Lucilla Yu Ming and Grace Chang in Hong Kong 1961 film, Sun, Moon and Star
Obama awarding the late Sally Ride’s Medal of Freedom to her life partner Tam O’Shaughnessy
As for the “solitary confinement of the mind,” my theory is that solipsism, like other absurdities of the professional philosopher, is a product of too much time wasted in library stacks between the covers of a book, in smoke-filled coffeehouses (bad for the brains) and conversation-clogged seminars. To refute the solipsist or the metaphysical idealist all you have to do is take him out and throw a rock at his head: if he ducks he’s a liar. His logic may be airtight but his argument, far from revealing the delusions of living experience, only exposes the limitations of logic.
Edward Abbey, Desert Solitaire.
Pablo Picasso hidden portrait found beneath famous painting ‘The Blue Room’
A hidden portrait has been unearthed beneath Pablo Picasso’s masterpiece “The Blue Room”.
Art experts using infrared technology on the painting revealed a man wearing a jacket, bow tie and rings and resting his bearded face on his hand.
Scientists have confirmed that the artwork was created just before “The Blue Room” during the Spanish painter’s early 1900s ‘blue period’, in which he focused on monochromatic paintings in blue shades.
“It was one of those moments that really makes what you do special,” said Patricia Favero, conservator at the Phillips Collection.
It remains unknown who the mystery man in the ‘lost’ painting is but specialists are “still working on answering that question”. The possibility of a self-portrait has been ruled out, with Paris art dealer Ambrose Villard one contender.
This hidden portrait has been revealed beneath ‘The Blue Room’
The existence of another painting below the surface of “The Blue Room” was first suspected in 1954 when conservators noticed that brushstrokes did not match the composition.
A “fuzzy image” was revealed in the 1990s and details became clearer with advanced technology in 2008, when the painting of a woman bathing in Picasso’s studio was turned on its side.
Research is continuing with the aim of identifying the colours of the portrait and recreating a digital image of it.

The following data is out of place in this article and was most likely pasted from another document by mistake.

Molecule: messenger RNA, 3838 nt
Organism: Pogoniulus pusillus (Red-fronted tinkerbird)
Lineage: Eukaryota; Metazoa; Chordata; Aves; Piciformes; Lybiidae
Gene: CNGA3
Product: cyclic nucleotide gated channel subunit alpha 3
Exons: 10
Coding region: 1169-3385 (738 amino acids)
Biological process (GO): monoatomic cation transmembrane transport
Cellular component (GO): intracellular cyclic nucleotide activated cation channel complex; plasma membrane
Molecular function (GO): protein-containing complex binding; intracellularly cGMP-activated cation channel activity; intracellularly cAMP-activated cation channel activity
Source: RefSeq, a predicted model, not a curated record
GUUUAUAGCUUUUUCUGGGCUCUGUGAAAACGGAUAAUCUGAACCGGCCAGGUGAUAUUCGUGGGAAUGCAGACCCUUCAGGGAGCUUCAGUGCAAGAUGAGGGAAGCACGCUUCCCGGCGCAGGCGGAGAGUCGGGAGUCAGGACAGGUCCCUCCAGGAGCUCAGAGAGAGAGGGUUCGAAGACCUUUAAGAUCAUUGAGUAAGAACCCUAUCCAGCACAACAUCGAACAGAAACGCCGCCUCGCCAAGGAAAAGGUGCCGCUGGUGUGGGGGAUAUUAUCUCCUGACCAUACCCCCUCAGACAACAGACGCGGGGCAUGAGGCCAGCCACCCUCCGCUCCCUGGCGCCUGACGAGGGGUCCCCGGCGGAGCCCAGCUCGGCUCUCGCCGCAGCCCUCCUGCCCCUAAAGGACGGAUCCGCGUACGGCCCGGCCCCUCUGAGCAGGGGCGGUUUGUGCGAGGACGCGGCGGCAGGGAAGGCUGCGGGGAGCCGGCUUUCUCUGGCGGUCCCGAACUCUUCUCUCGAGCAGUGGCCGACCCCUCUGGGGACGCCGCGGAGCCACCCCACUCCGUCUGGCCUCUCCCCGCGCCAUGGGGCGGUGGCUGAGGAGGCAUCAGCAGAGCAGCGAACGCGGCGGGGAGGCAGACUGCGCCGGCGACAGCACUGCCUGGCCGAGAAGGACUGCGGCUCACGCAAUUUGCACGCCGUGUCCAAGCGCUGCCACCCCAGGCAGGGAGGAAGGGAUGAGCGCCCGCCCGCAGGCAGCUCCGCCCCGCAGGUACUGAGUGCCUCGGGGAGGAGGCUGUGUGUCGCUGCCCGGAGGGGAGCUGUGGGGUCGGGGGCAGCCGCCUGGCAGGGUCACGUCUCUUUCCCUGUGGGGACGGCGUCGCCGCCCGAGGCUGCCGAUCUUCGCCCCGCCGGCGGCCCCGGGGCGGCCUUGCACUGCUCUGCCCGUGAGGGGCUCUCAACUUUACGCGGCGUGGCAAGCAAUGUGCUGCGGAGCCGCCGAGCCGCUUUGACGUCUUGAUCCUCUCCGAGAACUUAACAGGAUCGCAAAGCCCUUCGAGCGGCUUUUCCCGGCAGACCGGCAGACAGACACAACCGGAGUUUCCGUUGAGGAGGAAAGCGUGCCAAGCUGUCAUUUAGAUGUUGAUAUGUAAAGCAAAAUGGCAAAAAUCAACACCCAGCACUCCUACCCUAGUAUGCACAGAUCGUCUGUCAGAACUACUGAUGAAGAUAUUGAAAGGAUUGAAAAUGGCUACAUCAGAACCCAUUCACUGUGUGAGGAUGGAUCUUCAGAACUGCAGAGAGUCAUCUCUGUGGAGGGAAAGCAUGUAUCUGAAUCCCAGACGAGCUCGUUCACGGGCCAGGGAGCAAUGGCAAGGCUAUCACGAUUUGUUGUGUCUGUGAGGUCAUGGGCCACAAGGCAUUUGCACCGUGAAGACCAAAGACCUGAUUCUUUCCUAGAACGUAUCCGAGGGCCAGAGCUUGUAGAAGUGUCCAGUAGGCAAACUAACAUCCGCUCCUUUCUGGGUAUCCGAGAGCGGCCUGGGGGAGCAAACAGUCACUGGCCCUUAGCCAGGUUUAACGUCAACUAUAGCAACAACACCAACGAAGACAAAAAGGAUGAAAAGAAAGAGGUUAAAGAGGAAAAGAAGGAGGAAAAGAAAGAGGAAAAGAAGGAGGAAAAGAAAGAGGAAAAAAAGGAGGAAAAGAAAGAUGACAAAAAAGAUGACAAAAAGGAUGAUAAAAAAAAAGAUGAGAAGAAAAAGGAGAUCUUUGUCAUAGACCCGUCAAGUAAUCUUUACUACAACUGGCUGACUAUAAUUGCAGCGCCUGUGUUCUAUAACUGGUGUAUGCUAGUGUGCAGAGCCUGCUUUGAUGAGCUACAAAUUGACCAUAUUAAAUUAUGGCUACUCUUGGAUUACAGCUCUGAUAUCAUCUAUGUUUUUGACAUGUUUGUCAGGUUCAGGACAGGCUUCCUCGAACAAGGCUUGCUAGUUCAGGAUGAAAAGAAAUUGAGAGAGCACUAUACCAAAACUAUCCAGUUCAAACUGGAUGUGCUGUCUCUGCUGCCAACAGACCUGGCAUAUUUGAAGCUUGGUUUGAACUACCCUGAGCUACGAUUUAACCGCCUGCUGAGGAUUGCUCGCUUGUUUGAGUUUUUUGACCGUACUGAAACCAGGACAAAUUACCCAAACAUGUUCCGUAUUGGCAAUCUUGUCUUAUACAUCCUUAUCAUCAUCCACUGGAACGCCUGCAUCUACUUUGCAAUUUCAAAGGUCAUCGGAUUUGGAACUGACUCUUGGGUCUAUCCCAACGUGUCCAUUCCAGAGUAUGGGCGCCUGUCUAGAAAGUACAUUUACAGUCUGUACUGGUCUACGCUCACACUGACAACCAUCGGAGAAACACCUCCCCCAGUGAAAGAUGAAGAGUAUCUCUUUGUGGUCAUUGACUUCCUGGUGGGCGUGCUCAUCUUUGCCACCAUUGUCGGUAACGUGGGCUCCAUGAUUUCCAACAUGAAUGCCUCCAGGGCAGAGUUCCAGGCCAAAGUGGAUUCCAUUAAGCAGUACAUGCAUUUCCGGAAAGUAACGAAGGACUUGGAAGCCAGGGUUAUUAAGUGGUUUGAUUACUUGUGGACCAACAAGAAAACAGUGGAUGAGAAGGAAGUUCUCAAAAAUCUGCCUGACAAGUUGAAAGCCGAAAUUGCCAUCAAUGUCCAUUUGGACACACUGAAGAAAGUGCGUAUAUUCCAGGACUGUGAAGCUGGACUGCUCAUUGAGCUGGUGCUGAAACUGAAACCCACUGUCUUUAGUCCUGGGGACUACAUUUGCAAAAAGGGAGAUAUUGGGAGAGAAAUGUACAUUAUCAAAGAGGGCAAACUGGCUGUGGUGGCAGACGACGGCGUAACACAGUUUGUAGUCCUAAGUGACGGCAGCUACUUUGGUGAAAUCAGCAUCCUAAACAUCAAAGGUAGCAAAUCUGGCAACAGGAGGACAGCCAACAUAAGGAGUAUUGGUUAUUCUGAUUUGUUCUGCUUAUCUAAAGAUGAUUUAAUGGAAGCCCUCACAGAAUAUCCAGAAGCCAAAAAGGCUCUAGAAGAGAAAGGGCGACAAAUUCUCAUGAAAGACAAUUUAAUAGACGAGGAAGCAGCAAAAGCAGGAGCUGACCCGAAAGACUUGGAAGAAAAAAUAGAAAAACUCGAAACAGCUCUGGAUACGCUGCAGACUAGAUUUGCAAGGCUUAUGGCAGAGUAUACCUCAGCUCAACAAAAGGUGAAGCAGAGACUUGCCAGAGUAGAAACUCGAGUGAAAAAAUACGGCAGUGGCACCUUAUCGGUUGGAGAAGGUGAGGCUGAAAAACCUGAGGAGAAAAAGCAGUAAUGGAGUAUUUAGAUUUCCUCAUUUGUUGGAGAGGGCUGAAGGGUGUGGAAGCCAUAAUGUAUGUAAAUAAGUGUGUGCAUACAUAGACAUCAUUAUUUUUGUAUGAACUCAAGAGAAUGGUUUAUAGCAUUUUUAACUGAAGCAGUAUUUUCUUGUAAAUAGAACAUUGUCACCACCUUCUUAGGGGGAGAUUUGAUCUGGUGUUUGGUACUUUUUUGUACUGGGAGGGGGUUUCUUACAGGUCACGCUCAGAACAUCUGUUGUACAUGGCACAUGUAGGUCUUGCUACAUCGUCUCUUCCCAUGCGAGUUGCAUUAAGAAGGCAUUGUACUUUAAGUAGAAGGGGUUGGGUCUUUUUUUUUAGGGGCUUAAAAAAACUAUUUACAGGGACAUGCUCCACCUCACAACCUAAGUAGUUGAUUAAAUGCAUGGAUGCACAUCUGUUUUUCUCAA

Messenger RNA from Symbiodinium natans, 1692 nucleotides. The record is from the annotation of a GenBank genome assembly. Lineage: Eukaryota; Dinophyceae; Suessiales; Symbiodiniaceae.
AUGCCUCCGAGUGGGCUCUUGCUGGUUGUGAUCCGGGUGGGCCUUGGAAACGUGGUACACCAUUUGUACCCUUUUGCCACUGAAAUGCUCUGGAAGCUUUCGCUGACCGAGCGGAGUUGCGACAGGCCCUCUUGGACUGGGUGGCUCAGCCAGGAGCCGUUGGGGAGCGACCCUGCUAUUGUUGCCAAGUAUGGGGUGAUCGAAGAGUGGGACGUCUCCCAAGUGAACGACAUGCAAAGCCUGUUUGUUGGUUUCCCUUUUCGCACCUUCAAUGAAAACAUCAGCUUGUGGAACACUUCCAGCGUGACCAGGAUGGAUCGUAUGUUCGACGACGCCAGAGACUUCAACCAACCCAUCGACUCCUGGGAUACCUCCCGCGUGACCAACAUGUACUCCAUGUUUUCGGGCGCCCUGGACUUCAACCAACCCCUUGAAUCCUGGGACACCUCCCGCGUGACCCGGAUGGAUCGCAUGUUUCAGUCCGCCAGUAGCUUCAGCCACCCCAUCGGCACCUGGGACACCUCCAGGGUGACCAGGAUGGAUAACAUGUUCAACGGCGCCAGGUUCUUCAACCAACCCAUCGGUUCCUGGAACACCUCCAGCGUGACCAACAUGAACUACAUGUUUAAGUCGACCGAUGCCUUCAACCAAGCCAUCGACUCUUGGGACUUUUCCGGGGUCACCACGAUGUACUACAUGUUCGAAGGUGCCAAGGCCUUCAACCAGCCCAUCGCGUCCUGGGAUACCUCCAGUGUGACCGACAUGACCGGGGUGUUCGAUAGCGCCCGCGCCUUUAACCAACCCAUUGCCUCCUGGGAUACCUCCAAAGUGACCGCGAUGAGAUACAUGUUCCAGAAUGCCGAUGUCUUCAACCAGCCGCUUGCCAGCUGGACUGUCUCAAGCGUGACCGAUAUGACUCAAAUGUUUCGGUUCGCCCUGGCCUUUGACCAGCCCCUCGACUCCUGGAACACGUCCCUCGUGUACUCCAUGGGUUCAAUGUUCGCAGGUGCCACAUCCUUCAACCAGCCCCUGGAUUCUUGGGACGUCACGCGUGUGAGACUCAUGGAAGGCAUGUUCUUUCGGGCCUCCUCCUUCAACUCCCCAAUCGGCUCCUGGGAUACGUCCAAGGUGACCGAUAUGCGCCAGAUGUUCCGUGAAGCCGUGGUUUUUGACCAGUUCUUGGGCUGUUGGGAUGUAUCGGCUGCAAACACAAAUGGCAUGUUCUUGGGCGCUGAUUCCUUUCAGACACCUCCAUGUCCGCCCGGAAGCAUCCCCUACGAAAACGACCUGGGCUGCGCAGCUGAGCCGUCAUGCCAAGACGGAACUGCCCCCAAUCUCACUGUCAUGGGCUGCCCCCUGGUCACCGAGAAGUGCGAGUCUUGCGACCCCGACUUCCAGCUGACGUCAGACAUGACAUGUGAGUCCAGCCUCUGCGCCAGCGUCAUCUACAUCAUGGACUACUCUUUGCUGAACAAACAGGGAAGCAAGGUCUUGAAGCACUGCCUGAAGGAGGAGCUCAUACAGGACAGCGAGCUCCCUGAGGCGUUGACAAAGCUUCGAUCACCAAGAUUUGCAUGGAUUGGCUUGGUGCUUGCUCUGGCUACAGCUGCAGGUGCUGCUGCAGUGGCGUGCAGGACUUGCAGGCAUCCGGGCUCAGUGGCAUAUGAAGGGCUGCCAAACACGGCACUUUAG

Experts are unsurprised that Picasso re-used his canvas. Curator Susan Behrends Frank told AP that the artist “could not afford to acquire new canvasses every time he had an idea that he wanted to pursue”.
Conservator Patricia Favero analyses Pablo Picasso’s ‘The Blue Room’
“He worked sometimes on cardboard because canvas as so much more expensive,” she said. “When he had an idea, you know, he just had to get it down and realise it.”
Hidden paintings have been found under Picasso’s work before. An analysis of “La Vie” proved that Picasso had re-working the image and a moustached man was discovered under “Woman Ironing”.
Eartha Kitt performing Just an Old Fashioned Girl (1962)
Simply mind-blowing stuff right here. This image shows the galaxy cluster Abell 1689, with the mass distribution of the dark matter in the gravitational lens overlaid (in purple). The mass in this lens is made up partly of what we know as normal matter and partly of dark matter. Distorted galaxies are clearly visible around the edges of the gravitational lens. The appearance of these distorted galaxies depends on the distribution of matter in the lens and on the relative geometry of the lens and the distant galaxies, as well as on the effect of dark energy on the geometry of the Universe.
Abell 1689 is a galaxy cluster in the constellation Virgo nearly 2.2 billion light years away. It is one of the biggest and most massive galaxy clusters known.
(Image credit: NASA, ESA, E. Jullo (JPL/LAM), P. Natarajan (Yale) and J-P. Kneib (LAM)
It’s About Time, An Interview with Physicist Lee Smolin
Right, scientists have declared philosophy dead in a number of recent books. Stephen Hawking’s The Grand Design, co-written with Leonard Mlodinow, was especially funny, since the opening basically says there’s no need for metaphysics—but then the rest of the book is metaphysics.
I thought that was so embarrassing. Or Lawrence Krauss—he is a brilliant and articulate and highly effective advocate for science—and I am usually on his side, but in this one case he got in over his head and claimed that inflationary cosmology solved the problem of why there is something rather than nothing. David Albert did a review of Lawrence’s book, and I remember thinking, “This is the most cutting and acerbic review of anything I’ve ever read.” But he was right. He took Lawrence to task for being ignorant of what philosophers were trying to understand.
I did my undergrad degree at Hampshire, and it was partly physics and partly philosophy. We called it natural philosophy. I went to graduate school in physics intending to do a degree in philosophy but was very turned off by the philosophers I met. Meanwhile, the philosophers of physics of my generation, people like David Albert, Simon Saunders and Harvey Brown, are much more knowledgeable about the technical details of physics. They know physics very well, and they are very sophisticated about contemporary physics.